many dilemmas that an aspiring super power is confronted with, especially if such an aspirant is an autocratic state, then these problems have an incandescent tendency to explode out of control. Over the last three decades China heavily subsidised its export manufacturing sectors at a time when there was a prosperous cycle of high global demand of not so high value goods that China abundantly provided. This led to an expansion of industrial capacity, which wascushioned by very low wages and a huge labour force.

In the last one and a half decade or so, China, flush with huge forex reserves, went on a global buying spree of the biggest and the best Western companies in the world, absorbing the best practices and innovative technology that was on offer. Not to discount the fact that China, even before it indulged in its global buying binge had made considerable and praiseworthy progress in the domain of technological innovation. Japan also had a crucial role in laying the foundation of such a huge economic and technological leap that China had undertaken. Presently, a lot has changed.The high growth cycle of global demand has subsided considerably, China is faced with excess industrial capacity, rising labor costs, ageing population, property bubble created by unsustainable and idle infrastructure projects, rampant shadow bank lending and transition from an export driven economy to a more domestic consumption based one backed by the technological prowess to manufacture high value goods primarily aimed at Europe, the richest continent in the world. If even one of these dilemmas were to breach its great wall/façade then the one party system could come under some degree of discomfort. For example, if millions who form the labour force are to be laid off for lack of work, the situation could become very volatile.If that were to lead to a domino effect on other issues that plague China, what would be the end result?All the projects of the BARF initiative are funded by Chinese State Banks, financed and facilitated by State Owned Enterprises on their terms and ultimately built by the Chinese labour force. The people of the host countries are thus not too happy about the evolving situation as this expansion encroaches on their lands, their way of life and fritters away their chance for fair employment, decent compensation and basic human rights.

All the routes, be it road, rail or sea start from the industrial centres of China and ultimately lead to the heart of Europe. The countries on these different routes act as trans-continental check points/trade facilitation centres, which also importantly provide energy security to satiate the huge Chinese appetite for energy consumption.But despite all its dilemmas as mentioned above, China should be sitting pretty as with the world’s largest forex reserves of just over 3 trillion dollars, it can weather any kind of untoward economic storm. China has depleted about USD 1 trillion in its foreign exchange reserves since June 2014 to prevent a quick depreciation of the Chinese currency. China’s debt to GDP ratio rose to 277 percent at the end of 2016 from 254 in 2015, thanks to Beijing’s unabated use of cheap credit to stimulate slowing growth, unleashing a massive, debt-fuelled spending binge. Also, the capital outflows have been putting strong downward pressure on the yuan, which lost nearly 7 percent last year, which gave it the unpleasant tag of being the worst performing major Asian currency.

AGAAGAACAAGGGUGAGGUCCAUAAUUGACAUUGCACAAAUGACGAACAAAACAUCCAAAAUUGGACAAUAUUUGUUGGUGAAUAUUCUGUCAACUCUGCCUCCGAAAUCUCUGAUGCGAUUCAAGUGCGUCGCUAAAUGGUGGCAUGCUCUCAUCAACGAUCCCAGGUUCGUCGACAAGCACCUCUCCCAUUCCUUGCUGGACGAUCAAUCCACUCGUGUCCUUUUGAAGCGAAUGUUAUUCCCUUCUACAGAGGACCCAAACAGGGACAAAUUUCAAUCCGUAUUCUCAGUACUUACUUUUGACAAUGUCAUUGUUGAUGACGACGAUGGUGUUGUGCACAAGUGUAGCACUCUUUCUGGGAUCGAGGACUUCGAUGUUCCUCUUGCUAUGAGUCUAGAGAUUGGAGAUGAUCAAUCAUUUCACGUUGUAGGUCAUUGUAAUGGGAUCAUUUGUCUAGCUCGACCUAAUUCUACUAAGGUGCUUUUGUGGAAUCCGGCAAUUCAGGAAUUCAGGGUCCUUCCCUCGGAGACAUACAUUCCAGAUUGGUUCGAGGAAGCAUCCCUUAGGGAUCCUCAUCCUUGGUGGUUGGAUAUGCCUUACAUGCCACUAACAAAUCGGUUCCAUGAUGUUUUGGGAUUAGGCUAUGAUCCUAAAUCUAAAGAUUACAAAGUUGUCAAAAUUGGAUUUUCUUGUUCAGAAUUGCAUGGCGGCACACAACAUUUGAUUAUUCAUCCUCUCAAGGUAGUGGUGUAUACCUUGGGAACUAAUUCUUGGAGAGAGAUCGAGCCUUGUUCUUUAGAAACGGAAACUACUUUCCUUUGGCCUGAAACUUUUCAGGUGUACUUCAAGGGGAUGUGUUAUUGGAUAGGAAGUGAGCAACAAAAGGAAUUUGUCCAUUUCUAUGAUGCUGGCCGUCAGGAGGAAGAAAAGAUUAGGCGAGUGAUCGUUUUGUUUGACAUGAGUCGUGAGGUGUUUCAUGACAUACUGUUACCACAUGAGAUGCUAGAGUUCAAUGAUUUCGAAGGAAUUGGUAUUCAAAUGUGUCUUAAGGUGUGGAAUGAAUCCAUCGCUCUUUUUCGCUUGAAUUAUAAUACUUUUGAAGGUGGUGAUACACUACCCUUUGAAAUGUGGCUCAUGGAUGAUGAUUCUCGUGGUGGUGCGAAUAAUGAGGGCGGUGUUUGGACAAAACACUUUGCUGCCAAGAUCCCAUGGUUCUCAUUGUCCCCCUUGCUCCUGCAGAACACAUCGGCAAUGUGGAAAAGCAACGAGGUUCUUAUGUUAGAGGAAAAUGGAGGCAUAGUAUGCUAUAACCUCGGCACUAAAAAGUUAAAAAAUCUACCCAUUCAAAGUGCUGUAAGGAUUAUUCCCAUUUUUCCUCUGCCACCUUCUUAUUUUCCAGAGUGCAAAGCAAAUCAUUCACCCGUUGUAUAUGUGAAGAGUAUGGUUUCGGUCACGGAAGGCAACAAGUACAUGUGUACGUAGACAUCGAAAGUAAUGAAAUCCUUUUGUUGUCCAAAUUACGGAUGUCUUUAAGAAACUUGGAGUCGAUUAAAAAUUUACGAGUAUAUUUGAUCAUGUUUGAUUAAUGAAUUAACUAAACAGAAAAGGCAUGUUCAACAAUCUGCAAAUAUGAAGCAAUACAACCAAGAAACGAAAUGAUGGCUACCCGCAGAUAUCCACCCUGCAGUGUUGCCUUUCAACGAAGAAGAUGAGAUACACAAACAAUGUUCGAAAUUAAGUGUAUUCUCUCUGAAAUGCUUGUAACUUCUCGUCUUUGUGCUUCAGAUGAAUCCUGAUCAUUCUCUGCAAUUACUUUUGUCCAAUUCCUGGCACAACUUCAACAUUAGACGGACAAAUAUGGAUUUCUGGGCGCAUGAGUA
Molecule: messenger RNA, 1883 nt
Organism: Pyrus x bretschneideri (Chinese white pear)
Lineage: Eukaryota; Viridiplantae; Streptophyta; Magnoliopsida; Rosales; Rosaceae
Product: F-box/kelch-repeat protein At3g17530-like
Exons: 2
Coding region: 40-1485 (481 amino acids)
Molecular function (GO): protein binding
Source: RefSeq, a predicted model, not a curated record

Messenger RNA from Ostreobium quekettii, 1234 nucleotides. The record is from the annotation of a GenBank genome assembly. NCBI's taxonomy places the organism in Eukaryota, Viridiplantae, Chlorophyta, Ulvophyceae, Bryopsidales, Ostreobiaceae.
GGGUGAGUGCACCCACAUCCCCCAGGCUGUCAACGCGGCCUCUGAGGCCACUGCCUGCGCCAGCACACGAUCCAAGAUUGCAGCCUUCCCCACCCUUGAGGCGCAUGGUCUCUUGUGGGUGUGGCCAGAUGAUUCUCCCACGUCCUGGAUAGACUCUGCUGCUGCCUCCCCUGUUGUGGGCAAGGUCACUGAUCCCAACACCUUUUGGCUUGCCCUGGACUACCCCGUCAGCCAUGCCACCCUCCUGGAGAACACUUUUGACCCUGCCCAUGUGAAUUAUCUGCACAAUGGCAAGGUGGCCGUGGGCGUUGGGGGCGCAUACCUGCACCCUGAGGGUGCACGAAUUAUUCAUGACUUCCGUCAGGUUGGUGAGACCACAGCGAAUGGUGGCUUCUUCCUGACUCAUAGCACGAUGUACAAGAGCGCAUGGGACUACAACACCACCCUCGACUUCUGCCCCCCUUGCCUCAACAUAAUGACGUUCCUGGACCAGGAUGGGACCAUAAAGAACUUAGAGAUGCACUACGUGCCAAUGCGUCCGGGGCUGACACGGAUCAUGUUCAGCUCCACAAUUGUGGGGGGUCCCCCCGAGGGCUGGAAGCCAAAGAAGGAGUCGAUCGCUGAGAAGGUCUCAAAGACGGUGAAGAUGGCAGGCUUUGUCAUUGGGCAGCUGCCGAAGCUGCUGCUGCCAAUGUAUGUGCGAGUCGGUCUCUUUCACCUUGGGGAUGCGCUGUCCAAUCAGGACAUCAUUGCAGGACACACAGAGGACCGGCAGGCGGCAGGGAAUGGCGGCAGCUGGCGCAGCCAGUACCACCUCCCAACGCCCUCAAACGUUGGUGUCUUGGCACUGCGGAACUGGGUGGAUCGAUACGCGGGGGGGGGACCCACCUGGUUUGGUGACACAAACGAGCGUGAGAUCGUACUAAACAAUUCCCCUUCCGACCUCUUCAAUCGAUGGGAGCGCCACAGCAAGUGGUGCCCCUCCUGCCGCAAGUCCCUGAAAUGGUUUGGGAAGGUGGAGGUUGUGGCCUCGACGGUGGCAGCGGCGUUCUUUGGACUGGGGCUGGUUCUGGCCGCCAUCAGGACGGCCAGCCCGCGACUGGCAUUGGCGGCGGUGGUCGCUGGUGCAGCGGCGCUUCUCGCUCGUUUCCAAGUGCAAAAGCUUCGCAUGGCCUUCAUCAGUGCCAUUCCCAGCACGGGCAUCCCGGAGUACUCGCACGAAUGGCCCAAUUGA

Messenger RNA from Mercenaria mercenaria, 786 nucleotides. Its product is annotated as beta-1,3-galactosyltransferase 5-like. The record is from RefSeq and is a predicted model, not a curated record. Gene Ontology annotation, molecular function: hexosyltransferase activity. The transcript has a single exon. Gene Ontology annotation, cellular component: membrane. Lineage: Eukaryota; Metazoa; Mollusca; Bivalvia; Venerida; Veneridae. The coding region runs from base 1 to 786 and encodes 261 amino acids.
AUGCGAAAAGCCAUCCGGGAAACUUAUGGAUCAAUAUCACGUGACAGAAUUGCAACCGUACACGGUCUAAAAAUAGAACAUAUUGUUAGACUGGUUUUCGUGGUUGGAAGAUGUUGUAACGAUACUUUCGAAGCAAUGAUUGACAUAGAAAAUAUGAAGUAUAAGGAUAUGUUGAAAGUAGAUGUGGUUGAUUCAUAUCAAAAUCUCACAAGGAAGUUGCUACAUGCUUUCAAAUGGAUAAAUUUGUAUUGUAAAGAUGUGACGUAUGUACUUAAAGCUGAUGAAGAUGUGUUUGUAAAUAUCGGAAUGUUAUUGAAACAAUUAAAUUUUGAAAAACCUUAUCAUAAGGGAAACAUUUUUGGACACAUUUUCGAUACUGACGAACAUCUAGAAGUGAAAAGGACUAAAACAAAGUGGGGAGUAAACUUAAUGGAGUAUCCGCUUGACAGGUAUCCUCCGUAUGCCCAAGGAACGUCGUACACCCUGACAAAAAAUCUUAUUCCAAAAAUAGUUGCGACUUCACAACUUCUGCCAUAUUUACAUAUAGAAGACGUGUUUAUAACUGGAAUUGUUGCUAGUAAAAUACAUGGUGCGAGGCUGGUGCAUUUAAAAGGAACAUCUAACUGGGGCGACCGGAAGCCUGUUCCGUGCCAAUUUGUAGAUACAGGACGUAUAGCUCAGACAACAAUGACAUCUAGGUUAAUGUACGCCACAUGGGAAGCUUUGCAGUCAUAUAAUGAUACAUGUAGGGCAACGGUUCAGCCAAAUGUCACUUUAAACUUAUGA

Skeptics say the headline total of reserves, exaggerates the resources available to support the renminbi since they suspect it includes illiquid assets such as foreign real estate and privateequity investments that cannot be readily deployed in currency markets to cushion any downward economic spiral. So it presents a supposedly rosy picture that has many hidden layers which may conceal the thorns which could come to prick later and prick very painfully too. Once there was an American dream that the world so admired, now a new Chinese dream is being sold to the world. But most often many sweet dreams have a bizarre tendency of ultimately turning out to be a nightmare. Will this dream economic run of China bring dividends to the participating countries of BARF or will it bring in its wake an unavoidable debt trap?If we consider the recent trends, it certainly points to the latter. Saurabh Dubey is an avid observer of geo-politics and has previously written for the Fauji Magazine and Indian Defence Review.